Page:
Tretyakov Outraged Over Church Icon Move

MTA student at the Tretyakov Gallery copying the "Holy Trinity" icon, which the Moscow Patriarchate wants to borrow and display at Sergiyev Posad's monastery.
The Russian Orthodox Church has outraged employees at the Tretyakov Gallery by requesting to borrow a 15th-century icon for religious services outside Moscow — a trip curators say could irrevocably damage one of the outstanding works of ancient Russian painting.

The Moscow Patriarchate has requested that "The Holy Trinity," painted by the great Russian icon painter Andrei Rublyov, be transported to Sergiyev Posad, 60 kilometers northeast of Moscow, for the June holiday of Pentecost, known in Russian as "Troitsa," or Holy Trinity Day.

There, the patriarchate hopes, the icon will be put on display at the country's most revered monastery — the Holy Trinity-St. Sergius Lavra.

While the Tretyakov Gallery administration is considering the request, staff at the museum's ancient Russian art department are leading a campaign to prevent the icon from being moved, citing the fragile condition of a central symbol of Russian spirituality.

"This is not simply madness, but also a crime," Levon Nersesyan, a senior researcher in the department, said Friday. "We could damage this treasure just for someone's whim."

Nersesyan first took the conflict public last week with a post on his LiveJournal blog in which he accused his bosses of kowtowing to the Russian Orthodox Church, which saw its political influence steadily grow under former President Vladimir Putin, now the prime minister.

So far the museum has not yet asked the Culture Ministry for permission to move the icon. There has only been a letter of request from Patriarch Alexy II that was read aloud to museum employees, Nersesyan said.

"The letter said something about 'difficult times' for the Russian people, who need to be united and encouraged by this sacred image," Nersesyan said.

Both transporting the painting and leaving it on display could be extremely damaging, said Yekaterina Gladysheva, Nersesyan's colleague at the museum.

The painting is very sensitive to temperature changes and has been kept behind glass in a dimly lit room in the Tretyakov Gallery since 1923, Gladysheva said. Despite the fact that the temperature and humidity behind the glass have been regulated, the icon still has cracks in it, and the slightest shift could damage it, she said.

"Three days at a cathedral, with its drafts and hundreds of candles burning — not to mention thousands believers seeking to kiss it — could be a disaster," Gladysheva said.

Yekaterina Seleznyova, chief curator of the Tretyakov Gallery, said the museum's management is "very much aware how fragile and precious the piece is" but that it was necessary to consult with experts on the feasibility of moving the icon before rejecting the church's request.

"Why should we say 'no' to the church in this case before consulting with experts who are ready to present to us their most modern know-how in this area?" Seleznyova said.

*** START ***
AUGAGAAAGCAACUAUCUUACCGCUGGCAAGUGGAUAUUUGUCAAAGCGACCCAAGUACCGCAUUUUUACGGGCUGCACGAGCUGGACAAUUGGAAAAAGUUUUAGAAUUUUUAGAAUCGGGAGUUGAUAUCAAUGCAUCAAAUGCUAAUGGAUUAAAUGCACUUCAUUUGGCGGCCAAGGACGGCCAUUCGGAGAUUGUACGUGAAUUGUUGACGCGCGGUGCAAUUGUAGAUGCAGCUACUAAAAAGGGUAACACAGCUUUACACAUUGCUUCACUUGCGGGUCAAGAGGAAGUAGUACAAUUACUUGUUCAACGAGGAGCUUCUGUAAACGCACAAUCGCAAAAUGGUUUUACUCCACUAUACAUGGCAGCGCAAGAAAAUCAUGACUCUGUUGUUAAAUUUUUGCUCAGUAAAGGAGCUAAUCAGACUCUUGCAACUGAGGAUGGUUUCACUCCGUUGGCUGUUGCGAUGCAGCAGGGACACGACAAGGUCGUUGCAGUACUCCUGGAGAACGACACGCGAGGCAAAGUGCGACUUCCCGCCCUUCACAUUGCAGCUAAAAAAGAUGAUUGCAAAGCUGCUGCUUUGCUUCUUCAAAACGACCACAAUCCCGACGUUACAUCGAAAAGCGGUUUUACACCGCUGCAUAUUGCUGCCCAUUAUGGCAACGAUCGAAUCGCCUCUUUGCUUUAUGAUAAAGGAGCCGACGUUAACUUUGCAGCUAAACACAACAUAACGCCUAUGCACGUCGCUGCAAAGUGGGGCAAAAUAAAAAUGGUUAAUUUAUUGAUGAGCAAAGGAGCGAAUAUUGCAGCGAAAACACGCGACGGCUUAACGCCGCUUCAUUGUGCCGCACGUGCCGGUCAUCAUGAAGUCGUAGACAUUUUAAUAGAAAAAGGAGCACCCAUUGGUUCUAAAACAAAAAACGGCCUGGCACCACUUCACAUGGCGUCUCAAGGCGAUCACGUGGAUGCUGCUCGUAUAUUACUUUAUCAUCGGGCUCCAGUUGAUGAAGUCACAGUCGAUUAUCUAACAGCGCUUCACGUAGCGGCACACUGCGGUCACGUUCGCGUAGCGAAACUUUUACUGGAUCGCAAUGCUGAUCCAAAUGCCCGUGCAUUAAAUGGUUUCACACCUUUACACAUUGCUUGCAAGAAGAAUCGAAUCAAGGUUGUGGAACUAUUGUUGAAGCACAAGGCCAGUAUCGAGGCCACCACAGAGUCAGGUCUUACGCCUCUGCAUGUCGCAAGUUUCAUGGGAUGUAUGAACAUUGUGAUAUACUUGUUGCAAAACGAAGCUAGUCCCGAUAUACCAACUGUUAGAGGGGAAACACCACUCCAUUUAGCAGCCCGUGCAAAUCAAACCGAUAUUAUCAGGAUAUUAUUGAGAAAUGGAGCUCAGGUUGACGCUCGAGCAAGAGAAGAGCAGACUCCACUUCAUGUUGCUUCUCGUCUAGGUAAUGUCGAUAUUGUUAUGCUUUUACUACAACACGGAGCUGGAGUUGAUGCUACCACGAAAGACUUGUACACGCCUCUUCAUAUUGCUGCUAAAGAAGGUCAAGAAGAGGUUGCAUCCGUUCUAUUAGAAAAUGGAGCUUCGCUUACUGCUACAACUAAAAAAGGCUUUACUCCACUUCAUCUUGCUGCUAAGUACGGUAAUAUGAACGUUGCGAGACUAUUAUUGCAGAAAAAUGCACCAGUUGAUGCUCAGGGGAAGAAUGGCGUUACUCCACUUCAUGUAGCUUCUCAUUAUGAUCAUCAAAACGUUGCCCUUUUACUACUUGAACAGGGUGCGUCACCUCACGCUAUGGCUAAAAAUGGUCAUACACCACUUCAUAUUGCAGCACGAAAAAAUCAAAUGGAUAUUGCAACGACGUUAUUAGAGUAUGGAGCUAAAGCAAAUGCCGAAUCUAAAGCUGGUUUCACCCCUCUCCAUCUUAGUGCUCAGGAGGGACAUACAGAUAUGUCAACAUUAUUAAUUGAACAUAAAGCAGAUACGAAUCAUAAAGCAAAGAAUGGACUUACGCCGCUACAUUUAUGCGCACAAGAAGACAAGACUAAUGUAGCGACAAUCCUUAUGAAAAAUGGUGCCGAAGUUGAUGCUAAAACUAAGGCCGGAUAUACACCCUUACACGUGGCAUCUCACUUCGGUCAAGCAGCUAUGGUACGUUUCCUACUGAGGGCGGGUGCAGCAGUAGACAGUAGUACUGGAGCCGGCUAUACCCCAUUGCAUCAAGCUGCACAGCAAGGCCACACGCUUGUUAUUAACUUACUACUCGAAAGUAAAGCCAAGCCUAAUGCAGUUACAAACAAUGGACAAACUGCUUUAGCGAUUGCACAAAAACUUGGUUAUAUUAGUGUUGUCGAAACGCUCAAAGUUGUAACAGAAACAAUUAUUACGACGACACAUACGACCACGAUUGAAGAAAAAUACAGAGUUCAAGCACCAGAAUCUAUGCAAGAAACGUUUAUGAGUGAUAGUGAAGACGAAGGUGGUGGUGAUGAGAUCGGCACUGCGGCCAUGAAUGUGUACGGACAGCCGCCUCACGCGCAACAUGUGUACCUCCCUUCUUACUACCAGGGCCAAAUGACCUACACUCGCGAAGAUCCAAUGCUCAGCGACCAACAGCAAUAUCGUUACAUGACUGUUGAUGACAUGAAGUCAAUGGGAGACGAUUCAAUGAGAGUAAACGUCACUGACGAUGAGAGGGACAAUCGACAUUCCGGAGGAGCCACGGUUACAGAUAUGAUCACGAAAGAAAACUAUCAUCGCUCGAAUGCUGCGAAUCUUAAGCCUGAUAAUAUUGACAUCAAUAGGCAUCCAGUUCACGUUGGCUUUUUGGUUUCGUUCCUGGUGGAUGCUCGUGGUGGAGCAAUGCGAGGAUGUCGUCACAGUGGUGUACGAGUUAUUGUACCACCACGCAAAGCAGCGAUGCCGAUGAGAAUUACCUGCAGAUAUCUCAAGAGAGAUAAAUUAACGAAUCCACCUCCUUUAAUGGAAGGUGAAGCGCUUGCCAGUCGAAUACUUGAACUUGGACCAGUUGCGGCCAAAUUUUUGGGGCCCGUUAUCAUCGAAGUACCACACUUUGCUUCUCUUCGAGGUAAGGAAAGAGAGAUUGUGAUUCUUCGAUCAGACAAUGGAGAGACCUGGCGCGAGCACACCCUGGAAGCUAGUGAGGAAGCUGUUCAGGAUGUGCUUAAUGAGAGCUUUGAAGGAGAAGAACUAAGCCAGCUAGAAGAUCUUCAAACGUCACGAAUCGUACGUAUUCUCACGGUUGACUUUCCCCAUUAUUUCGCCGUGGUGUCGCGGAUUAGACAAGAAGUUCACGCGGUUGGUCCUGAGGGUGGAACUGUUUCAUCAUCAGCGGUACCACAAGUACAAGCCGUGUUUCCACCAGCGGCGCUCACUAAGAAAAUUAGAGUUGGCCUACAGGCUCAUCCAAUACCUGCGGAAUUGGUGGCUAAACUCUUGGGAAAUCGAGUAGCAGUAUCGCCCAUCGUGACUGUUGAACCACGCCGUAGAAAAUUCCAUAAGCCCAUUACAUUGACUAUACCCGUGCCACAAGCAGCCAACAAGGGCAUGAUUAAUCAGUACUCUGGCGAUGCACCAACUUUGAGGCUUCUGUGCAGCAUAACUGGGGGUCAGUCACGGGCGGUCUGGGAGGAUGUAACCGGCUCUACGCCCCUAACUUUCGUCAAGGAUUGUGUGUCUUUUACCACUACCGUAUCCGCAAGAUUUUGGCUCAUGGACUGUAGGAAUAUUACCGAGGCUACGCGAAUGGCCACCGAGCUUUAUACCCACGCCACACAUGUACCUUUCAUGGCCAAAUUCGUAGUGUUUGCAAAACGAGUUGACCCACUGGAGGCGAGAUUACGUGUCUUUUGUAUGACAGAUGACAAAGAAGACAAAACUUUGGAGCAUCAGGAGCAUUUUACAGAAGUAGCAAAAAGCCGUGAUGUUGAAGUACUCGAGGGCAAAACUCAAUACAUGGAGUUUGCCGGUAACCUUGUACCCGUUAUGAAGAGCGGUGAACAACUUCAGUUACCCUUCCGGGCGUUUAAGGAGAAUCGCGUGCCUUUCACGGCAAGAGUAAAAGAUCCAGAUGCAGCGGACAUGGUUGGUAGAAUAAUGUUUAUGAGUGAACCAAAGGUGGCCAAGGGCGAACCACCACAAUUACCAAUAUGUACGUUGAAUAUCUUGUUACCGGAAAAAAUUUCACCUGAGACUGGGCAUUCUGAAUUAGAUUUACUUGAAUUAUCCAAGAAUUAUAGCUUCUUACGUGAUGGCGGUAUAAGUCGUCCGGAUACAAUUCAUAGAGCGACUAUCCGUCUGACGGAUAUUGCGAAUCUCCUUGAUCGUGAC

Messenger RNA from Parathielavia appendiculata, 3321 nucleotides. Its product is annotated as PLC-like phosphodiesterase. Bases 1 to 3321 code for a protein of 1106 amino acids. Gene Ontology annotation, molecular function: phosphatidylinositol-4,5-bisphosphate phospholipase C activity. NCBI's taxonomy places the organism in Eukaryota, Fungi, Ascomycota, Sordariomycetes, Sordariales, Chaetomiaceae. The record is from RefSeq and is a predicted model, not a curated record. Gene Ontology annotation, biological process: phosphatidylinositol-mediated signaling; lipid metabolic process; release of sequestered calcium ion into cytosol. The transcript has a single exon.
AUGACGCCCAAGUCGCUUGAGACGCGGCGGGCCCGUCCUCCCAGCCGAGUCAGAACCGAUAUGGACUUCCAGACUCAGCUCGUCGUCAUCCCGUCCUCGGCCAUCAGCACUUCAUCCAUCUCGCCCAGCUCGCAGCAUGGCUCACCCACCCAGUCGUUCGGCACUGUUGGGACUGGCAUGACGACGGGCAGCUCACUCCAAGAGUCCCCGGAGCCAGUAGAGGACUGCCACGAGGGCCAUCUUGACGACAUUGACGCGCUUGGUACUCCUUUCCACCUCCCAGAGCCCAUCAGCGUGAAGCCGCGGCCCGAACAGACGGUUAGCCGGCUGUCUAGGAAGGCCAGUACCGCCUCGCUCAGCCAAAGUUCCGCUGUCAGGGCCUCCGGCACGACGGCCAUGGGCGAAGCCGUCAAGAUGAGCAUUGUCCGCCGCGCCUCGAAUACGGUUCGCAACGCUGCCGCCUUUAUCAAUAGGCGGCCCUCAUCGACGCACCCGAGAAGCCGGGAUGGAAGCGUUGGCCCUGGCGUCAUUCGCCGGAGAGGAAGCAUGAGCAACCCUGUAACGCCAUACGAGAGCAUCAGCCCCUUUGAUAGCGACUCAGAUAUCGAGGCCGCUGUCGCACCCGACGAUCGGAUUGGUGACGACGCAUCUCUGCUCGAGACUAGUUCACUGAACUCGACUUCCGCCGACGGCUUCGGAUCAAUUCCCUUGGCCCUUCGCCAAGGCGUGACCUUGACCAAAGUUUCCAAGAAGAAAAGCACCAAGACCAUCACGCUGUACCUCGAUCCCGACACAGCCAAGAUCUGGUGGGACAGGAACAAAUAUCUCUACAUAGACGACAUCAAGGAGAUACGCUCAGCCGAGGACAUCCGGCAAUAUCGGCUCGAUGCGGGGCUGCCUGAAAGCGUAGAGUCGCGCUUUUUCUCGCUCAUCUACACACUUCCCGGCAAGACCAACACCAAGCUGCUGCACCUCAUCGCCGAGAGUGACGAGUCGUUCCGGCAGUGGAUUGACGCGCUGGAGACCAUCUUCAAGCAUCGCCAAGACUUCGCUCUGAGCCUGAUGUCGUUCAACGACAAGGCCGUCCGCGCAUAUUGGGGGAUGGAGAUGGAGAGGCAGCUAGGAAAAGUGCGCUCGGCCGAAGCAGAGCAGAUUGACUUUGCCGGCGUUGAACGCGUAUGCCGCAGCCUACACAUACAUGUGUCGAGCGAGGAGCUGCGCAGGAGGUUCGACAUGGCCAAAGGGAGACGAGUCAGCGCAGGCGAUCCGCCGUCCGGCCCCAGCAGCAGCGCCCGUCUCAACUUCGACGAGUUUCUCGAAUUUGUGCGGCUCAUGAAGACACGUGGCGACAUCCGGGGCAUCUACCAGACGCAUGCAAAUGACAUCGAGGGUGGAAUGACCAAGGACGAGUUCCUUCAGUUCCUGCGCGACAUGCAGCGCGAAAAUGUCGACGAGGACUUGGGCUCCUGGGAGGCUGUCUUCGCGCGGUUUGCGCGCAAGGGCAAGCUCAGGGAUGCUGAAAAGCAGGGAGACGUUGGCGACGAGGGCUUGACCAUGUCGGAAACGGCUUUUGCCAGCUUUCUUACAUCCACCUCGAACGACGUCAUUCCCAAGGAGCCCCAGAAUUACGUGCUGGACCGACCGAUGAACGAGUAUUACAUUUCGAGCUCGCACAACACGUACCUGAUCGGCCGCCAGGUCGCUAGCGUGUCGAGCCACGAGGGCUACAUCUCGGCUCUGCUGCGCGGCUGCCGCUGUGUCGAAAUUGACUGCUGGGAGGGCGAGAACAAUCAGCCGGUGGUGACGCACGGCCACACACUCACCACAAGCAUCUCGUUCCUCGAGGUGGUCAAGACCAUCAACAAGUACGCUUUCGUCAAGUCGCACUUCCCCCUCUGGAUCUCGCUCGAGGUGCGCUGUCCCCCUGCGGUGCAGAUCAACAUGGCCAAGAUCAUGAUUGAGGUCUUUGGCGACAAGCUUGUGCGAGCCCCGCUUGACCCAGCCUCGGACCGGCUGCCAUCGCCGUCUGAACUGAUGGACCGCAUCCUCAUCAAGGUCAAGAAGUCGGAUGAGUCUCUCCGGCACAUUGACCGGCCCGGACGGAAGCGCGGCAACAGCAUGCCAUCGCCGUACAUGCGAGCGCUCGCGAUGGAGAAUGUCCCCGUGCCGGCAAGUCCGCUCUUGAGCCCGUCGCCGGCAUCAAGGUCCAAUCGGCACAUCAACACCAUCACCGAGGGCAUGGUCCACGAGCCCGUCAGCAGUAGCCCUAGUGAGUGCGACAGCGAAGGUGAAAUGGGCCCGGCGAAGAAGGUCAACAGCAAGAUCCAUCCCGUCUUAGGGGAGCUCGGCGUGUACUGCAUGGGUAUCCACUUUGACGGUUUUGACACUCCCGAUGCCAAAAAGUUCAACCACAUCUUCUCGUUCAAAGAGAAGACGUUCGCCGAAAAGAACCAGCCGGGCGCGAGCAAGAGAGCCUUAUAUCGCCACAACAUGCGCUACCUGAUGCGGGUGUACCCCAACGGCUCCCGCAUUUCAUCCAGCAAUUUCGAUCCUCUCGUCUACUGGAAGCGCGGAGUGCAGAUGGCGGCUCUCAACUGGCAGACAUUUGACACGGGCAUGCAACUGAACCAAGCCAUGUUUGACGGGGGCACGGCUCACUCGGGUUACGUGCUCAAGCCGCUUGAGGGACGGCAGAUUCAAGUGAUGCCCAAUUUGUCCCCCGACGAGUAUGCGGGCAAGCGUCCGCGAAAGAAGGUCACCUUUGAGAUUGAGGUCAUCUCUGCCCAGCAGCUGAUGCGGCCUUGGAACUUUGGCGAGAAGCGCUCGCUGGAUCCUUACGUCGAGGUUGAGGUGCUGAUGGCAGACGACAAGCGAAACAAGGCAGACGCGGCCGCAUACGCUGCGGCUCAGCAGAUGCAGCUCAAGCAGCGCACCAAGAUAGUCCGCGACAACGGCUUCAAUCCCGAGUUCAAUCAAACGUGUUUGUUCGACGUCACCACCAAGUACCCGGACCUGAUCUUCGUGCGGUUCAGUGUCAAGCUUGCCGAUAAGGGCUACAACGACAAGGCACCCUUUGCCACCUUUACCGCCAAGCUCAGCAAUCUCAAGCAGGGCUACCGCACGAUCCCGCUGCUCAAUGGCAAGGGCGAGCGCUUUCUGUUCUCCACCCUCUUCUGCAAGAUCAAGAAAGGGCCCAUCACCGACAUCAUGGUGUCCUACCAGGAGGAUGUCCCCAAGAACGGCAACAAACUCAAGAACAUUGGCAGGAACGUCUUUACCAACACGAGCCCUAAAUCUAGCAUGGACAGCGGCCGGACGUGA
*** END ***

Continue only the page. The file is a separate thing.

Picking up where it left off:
Alexy II spoke with Culture Minister Alexander Avdeyev in September about borrowing the icon and followed up with the letter to the Tretyakov Gallery, said Father Vladimir Vigilyansky, a spokesman for the patriarch.

"We believe museums exist … to preserve masterpieces, as well as to exhibit and transport them properly if needed," Vigilyansky said in a telephone interview. "When museum workers say transporting the icon is impossible, they just prove they are unprofessional."

Rublyov painted the icon especially for the Holy Trinity-St. Sergius Lavra monastery in Sergiyev Posad, and the painting was never returned after it was taken for restoration shortly before the 1917 Bolshevik Revolution, said Vigilyansky, who described museums as "prisons" for icons.

"Even prisoners can be released for vacation on good behavior," Vigilyansky said, RIA-Novosti reported. "I guess for 100 years of good behavior the icon deserves a three-day vacation."

The significance of the icon for Russian culture cannot be overstated, said Gennady Popov, chief curator at the Andrei Rublyov Museum and one of the country's leading experts in Rublyov's work. Only a few of Rublyov's paintings remain, and "Holy Trinity," which Rublyov painted in about 1410, is the most important and best preserved, Popov said.

Vigilyansky, the Moscow Patriarchate spokesman, said the "main purpose" of the icon is to be used by believers. He described museum workers as "guardians of stolen things," though he said they should not take the comparison personally.

"It's not their fault, of course," Vigilyansky told RIA-Novosti. "It is due to historical circumstances and laws that made keeping stolen things legal."

The church has no plans to insure Rublyov's painting should it receive approval to borrow it, Vigilyansky said. The icon belongs to the state, and it is the state who should insure it, he said.